November 26, 2014


Lorain blotter: Resident charged after being found lying in snow drift

Lorain police

Friday, Jan. 3

  • 11:26 p.m. — 1800 block W. 22nd St., Gilbert Perguero, 52, Lorain, charged with disorderly conduct by intoxication after police found him lying in a snow drift. He was taken to Mercy Regional Medical Center to be examined due to exposure to the cold.
  • 4:59 p.m. — 1600 block E. 36th St., a resident told police he suspected persons responsible for a burglary six months ago with smashing a kitchen window, entering his home and making off with more than $17,000 in guns, jewelry and money. Police said the man left for work at 9 p.m. Thursday and when he returned about 3:30 p.m. Friday, he found his living room ransacked and a basement gun safe pried open and emptied of several guns including an AK-47 assault rifle, two semi-automatic pistols, a shotgun and several revolvers. The man also reported the theft of an estimated $10,000 in jewelry ranging from rings and necklaces to earrings and bracelets, a $1,000 titanium wristwatch and $5,000 in coin proof sets. Police found footprints leading to and from the home in the snow but were unable to follow them beyond adjoining backyards.

  • Phil Blank

    Wait just one minute!
    If the burglary was six months ago, how in the world did the police find footprints in the snow?
    Who is lying here trying to collect on insurance?

    • Zen Grouch

      two separate events

  • Joe Smith

    Had to be a crap safe to get pried open, you shouldn’t keep $17 grand in a $500 safe.

    • Bonnie Pickett

      We were robbed on Dec. 26th and the safe cost $3000. Police found the safe about 3 days later and it had been entered by a professional – drilled out. They used our forklift to load it into a van or pickup. It had guns, jewelry, coin collection and all personal papers – birth certificates, deeds, wills, etc. Insurance doesn’t pay out much $1 for each $1 of silver coins, and you need proof of what you paid for some items. Trust me, if people knew how little was paid in relation to what it is worth, it isn’t worth an insurance scam. The thieves probably got less than 10 cents on the dollar for what the real value was. I was sick just thinking about how we saved the coins when we could have really used the money and now someone who didn’t work for it took it.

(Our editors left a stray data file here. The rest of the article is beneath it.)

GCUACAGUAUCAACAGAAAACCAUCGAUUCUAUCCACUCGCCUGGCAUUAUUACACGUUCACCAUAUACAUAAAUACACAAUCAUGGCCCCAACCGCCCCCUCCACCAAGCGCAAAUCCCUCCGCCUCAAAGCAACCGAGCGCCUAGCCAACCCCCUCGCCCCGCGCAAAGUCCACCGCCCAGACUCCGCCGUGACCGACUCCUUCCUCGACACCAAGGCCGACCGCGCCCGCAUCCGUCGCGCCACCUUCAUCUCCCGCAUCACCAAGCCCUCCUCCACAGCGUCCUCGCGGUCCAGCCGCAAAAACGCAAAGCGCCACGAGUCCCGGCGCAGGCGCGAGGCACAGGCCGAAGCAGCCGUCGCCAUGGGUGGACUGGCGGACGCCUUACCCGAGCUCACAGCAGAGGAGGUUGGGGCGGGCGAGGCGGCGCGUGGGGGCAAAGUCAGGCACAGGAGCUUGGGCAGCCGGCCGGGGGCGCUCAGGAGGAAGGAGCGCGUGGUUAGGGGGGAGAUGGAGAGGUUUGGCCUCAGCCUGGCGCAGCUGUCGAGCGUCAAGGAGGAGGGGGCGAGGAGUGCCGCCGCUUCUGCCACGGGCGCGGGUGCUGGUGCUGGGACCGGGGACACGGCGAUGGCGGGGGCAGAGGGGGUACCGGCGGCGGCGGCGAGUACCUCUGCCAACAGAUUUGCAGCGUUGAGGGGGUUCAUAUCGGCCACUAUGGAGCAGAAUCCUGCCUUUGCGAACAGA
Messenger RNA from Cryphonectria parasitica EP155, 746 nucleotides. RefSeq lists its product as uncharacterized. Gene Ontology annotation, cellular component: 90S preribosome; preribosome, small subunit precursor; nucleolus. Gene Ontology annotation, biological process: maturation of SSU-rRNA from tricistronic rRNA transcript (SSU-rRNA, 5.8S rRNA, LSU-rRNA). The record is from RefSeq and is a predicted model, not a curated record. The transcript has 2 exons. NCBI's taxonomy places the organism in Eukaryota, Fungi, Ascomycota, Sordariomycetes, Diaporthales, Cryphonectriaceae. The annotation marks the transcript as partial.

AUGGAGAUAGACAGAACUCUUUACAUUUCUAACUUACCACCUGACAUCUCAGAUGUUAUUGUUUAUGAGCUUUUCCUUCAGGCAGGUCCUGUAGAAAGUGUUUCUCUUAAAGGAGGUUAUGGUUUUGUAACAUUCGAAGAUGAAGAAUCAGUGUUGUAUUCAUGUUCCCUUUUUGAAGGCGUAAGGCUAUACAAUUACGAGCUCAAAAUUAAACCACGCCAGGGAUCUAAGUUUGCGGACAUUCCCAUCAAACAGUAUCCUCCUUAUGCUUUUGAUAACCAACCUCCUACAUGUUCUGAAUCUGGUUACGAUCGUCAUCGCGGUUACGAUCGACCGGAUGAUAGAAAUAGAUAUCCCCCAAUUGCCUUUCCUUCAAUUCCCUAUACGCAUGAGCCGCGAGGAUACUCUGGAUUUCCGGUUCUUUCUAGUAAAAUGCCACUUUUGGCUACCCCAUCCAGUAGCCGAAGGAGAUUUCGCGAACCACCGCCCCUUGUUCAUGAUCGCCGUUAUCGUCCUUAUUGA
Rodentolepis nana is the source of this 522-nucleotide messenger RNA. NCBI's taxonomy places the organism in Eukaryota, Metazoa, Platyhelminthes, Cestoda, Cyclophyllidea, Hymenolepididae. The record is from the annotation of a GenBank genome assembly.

• Joe Smith

        Pretty serious detail for the Chronicle to leave out, that teaches me to listen to them. Drilling and prying are two totally different things.

        It may be a lesson for all of us to get our items appraised for insurance purposes.

  • Bonnie Pickett

    We had a safe stolen on Dec. 26th and even though it was recovered empty, police have still not taken fingerprints. The longer they wait, the chances are even less that anything will be recovered.